Land rights and investments: why the IFC performance standards are not enough | Land Portal
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Resource information

Date of publication: 
October 2019
Resource Language: 

Key messages:

  • Land-based investments – from agriculture and extractives to infrastructure – raise difficult land rights issues, which, if not addressed, can create disruptive disputes, impair local livelihoods and increase businesses’ operational costs and reputational risks. Many national legal systems do not protect local claims to land and resources, so legal compliance is often not enough to ensure responsible investment.
  • Many businesses apply the International Finance Corporation’s Performance Standards on Environmental and Social Sustainability (IFC-PS) to fill the gaps in national law. But this has not sheltered projects from becoming embroiled in difficult land disputes, so existing approaches based on the IFC-PS do not always ensure land rights issues are identified in a timely way or addressed effectively.
  • While not formulated in immediately operational terms, the Voluntary Guidelines on the Responsible Governance of Tenure (VGGT) are widely supported as the key global instrument on land governance, highlighting the need – and creating the opportunity – to reconsider existing IFC-PS-centred approaches.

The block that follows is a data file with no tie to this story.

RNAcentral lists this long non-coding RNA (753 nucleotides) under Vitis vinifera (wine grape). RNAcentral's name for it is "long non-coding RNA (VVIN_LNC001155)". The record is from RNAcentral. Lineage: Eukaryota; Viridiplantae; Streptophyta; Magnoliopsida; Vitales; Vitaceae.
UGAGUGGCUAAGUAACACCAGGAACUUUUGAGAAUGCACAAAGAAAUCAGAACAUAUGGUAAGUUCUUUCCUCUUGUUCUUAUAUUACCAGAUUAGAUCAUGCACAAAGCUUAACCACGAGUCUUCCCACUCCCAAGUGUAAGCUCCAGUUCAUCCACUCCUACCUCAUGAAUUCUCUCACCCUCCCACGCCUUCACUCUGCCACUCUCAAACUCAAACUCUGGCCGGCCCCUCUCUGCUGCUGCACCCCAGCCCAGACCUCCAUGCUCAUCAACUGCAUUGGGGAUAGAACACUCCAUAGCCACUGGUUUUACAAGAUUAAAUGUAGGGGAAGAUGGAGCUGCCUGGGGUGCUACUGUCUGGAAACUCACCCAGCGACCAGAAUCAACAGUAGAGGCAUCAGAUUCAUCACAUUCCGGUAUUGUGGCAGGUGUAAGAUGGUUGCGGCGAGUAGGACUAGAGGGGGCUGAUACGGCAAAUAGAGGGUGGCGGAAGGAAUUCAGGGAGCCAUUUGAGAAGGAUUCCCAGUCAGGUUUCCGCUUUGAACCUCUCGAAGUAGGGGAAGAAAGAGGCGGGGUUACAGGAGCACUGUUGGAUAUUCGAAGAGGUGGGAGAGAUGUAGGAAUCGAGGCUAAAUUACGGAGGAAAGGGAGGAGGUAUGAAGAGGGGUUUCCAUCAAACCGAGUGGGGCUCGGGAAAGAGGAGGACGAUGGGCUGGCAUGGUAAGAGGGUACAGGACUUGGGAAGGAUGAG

• The VGGT differ from the IFC-PS: they identify people as right holders rather than passive beneficiaries; promote consensual approaches based on partnership rather than involuntary resettlement; call for rethinking investment models, beyond merely establishing safeguards; broaden the spectrum of issues to be considered; and outline roles for both state and non-state actors.
  • States should align national legal and institutional frameworks with the VGGT; businesses should ensure their due diligence and operating systems adhere to the VGGT; and advocates can integrate the VGGT into their policy advocacy and support to local actors.
  • Donors should support states and advocates in these efforts; sustain the emergence of an international pool of VGGT experts who can advise states, businesses and local actors; and ensure their own development finance institutions and any publicly supported investments abroad adhere to the VGGT.

Authors and Publishers

Author(s), editor(s), contributor(s): 

Lorenzo Cotula


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